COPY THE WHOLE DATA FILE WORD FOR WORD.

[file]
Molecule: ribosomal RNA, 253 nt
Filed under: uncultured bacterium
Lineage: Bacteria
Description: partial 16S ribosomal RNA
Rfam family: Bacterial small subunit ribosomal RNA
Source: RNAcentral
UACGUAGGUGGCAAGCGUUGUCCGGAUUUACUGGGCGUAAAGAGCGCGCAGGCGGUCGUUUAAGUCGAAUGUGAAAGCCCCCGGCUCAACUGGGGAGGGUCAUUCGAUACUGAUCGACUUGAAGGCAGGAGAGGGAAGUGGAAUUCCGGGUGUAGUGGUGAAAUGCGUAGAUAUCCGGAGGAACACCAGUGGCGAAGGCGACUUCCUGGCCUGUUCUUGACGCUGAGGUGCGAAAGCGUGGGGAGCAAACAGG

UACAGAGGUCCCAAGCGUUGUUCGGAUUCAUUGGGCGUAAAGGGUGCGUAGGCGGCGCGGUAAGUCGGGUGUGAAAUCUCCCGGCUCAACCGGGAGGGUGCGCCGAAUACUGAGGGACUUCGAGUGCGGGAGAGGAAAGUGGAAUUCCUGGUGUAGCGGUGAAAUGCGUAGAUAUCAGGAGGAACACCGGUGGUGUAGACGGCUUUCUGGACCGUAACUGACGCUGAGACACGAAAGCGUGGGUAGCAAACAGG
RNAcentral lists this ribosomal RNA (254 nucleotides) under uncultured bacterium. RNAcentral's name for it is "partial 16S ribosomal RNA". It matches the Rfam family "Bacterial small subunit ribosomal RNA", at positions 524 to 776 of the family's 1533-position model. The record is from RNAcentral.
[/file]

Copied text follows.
Molecule: ribosomal RNA, 253 nt
Filed under: uncultured bacterium
Lineage: Bacteria
Description: partial 16S ribosomal RNA
Rfam family: Bacterial small subunit ribosomal RNA
Source: RNAcentral
UACGUAGGUGGCAAGCGUUGUCCGGAUUUACUGGGCGUAAAGAGCGCGCAGGCGGUCGUUUAAGUCGAAUGUGAAAGCCCCCGGCUCAACUGGGGAGGGUCAUUCGAUACUGAUCGACUUGAAGGCAGGAGAGGGAAGUGGAAUUCCGGGUGUAGUGGUGAAAUGCGUAGAUAUCCGGAGGAACACCAGUGGCGAAGGCGACUUCCUGGCCUGUUCUUGACGCUGAGGUGCGAAAGCGUGGGGAGCAAACAGG

UACAGAGGUCCCAAGCGUUGUUCGGAUUCAUUGGGCGUAAAGGGUGCGUAGGCGGCGCGGUAAGUCGGGUGUGAAAUCUCCCGGCUCAACCGGGAGGGUGCGCCGAAUACUGAGGGACUUCGAGUGCGGGAGAGGAAAGUGGAAUUCCUGGUGUAGCGGUGAAAUGCGUAGAUAUCAGGAGGAACACCGGUGGUGUAGACGGCUUUCUGGACCGUAACUGACGCUGAGACACGAAAGCGUGGGUAGCAAACAGG
RNAcentral lists this ribosomal RNA (254 nucleotides) under uncultured bacterium. RNAcentral's name for it is "partial 16S ribosomal RNA". It matches the Rfam family "Bacterial small subunit ribosomal RNA", at positions 524 to 776 of the family's 1533-position model. The record is from RNAcentral.